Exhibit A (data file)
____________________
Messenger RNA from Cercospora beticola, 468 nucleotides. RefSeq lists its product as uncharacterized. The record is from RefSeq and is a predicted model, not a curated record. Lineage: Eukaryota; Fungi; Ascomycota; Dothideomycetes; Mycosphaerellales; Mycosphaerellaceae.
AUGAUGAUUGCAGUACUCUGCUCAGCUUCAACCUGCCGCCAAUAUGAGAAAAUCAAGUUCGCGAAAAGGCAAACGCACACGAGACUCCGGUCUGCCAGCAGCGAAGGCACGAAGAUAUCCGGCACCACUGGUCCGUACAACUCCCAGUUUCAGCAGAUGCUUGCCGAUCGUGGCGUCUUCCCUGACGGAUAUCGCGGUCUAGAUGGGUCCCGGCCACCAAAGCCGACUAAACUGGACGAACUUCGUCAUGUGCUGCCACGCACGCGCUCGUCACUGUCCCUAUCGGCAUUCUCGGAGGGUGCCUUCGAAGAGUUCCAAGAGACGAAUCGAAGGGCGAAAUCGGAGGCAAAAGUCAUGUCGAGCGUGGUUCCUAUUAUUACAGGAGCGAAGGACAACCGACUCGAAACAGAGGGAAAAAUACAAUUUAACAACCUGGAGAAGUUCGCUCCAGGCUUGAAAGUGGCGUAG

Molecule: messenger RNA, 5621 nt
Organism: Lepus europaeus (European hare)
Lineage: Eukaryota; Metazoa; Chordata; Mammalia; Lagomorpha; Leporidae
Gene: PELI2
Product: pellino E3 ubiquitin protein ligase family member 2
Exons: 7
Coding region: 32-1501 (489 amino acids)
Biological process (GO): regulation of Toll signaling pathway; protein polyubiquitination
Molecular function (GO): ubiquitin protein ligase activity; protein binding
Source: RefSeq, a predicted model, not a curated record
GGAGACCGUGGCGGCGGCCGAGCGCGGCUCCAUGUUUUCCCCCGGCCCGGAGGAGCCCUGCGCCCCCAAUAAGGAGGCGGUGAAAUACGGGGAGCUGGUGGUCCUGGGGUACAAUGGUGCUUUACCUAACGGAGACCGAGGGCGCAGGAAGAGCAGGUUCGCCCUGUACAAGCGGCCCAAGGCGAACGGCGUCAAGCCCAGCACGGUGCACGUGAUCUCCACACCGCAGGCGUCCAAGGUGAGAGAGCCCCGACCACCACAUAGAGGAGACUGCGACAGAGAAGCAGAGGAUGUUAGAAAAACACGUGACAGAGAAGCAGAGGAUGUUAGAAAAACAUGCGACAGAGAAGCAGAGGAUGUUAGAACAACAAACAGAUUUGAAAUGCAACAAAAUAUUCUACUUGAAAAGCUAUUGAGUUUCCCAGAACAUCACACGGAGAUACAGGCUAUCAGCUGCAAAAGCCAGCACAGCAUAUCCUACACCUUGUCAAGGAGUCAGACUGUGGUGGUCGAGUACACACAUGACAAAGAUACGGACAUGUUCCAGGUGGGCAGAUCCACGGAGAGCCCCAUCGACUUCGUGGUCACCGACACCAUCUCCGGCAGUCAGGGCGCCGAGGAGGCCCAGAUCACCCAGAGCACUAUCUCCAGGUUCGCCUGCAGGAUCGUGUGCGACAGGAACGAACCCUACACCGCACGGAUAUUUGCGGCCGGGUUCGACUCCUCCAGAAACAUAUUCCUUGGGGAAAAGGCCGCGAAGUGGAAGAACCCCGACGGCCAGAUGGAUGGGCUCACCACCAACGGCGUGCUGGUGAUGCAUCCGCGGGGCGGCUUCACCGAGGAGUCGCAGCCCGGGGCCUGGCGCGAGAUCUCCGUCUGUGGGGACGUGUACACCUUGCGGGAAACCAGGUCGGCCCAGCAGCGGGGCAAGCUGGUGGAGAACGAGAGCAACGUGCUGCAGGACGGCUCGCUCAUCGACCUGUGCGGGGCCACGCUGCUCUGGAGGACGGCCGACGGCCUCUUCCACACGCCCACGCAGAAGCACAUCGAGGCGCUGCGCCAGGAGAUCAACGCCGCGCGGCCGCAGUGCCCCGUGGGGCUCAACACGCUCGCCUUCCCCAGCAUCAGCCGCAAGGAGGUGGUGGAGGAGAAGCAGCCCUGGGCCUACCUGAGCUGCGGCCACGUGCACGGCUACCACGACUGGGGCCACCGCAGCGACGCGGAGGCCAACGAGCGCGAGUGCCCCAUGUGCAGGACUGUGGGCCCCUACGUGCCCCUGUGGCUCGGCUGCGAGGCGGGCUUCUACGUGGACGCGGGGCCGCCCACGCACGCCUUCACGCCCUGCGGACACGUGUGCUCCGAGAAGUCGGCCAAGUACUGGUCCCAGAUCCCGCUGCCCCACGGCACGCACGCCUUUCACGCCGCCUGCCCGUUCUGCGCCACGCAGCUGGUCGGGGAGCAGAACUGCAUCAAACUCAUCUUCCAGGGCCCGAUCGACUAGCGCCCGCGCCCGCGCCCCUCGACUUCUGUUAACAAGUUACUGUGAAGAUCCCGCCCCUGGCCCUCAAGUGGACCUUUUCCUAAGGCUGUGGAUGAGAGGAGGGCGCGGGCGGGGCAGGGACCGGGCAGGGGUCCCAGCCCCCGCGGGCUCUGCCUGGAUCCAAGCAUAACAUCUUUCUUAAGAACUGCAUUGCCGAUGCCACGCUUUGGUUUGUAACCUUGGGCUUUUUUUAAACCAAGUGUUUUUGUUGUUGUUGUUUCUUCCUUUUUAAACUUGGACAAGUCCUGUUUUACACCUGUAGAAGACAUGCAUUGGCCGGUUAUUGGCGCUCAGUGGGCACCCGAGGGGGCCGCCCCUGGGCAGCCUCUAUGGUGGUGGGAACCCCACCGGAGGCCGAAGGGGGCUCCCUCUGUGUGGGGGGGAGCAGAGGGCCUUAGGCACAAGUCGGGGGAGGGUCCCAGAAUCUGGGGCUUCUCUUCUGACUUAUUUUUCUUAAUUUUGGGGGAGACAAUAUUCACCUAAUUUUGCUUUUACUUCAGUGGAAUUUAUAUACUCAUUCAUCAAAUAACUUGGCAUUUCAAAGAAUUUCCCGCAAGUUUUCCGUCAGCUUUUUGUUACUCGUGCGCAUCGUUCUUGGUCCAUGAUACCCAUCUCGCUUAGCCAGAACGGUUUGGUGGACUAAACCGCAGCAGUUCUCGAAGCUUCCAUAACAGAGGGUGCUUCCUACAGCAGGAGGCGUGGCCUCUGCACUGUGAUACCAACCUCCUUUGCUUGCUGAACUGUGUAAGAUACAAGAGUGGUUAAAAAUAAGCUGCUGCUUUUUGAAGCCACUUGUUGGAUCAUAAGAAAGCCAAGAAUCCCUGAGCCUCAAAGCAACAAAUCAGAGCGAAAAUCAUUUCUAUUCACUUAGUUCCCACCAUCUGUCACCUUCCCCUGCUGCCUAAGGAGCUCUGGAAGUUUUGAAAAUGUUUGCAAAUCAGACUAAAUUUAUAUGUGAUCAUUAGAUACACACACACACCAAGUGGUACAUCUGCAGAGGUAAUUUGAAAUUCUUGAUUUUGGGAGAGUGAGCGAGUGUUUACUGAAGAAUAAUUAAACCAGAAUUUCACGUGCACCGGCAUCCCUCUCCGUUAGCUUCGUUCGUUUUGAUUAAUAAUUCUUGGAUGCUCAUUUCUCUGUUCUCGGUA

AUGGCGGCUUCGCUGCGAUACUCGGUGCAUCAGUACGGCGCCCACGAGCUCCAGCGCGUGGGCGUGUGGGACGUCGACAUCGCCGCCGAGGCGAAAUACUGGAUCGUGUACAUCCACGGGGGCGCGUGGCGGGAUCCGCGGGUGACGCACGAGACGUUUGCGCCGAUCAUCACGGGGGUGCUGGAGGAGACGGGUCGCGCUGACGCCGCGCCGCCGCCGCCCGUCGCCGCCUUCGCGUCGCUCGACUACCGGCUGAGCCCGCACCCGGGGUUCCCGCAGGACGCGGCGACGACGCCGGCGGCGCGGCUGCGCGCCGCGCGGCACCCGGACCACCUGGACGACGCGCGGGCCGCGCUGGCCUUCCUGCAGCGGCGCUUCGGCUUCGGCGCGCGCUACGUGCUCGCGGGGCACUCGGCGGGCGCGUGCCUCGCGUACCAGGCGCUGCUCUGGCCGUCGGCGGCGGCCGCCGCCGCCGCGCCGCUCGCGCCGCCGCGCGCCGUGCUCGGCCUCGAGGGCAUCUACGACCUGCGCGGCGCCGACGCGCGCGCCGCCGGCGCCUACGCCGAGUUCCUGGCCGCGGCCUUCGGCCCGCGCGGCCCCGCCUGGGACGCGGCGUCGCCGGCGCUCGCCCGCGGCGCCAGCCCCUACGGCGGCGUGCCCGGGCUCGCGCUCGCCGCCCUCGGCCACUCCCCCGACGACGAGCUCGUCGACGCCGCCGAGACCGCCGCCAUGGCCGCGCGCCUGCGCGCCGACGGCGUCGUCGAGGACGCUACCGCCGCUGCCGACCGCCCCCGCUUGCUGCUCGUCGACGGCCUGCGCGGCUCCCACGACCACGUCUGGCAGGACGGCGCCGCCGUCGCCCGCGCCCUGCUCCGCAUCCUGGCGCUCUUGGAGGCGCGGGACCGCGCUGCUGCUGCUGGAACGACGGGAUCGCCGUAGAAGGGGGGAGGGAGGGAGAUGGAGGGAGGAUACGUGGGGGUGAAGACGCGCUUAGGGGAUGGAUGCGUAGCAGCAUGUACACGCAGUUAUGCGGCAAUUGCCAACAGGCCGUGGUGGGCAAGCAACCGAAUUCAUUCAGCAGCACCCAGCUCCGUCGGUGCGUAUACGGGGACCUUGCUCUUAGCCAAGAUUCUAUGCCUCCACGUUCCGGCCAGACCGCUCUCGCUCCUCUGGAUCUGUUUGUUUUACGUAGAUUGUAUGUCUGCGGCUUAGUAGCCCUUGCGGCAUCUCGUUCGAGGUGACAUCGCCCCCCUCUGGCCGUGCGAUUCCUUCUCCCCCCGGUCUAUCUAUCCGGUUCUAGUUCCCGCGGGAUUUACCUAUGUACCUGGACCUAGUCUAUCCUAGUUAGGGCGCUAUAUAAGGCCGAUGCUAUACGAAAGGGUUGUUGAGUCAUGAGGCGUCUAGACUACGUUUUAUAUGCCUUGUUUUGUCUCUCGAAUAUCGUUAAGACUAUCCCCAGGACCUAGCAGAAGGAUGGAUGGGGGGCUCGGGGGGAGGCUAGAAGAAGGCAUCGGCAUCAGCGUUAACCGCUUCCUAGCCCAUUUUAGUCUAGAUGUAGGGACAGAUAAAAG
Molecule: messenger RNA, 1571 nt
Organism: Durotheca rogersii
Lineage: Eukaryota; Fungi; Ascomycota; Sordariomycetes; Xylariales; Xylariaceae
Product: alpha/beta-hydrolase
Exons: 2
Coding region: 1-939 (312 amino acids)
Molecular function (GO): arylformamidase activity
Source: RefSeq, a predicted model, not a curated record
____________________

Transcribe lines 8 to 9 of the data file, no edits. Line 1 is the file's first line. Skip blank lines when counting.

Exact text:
Exons: 7
Coding region: 32-1501 (489 amino acids)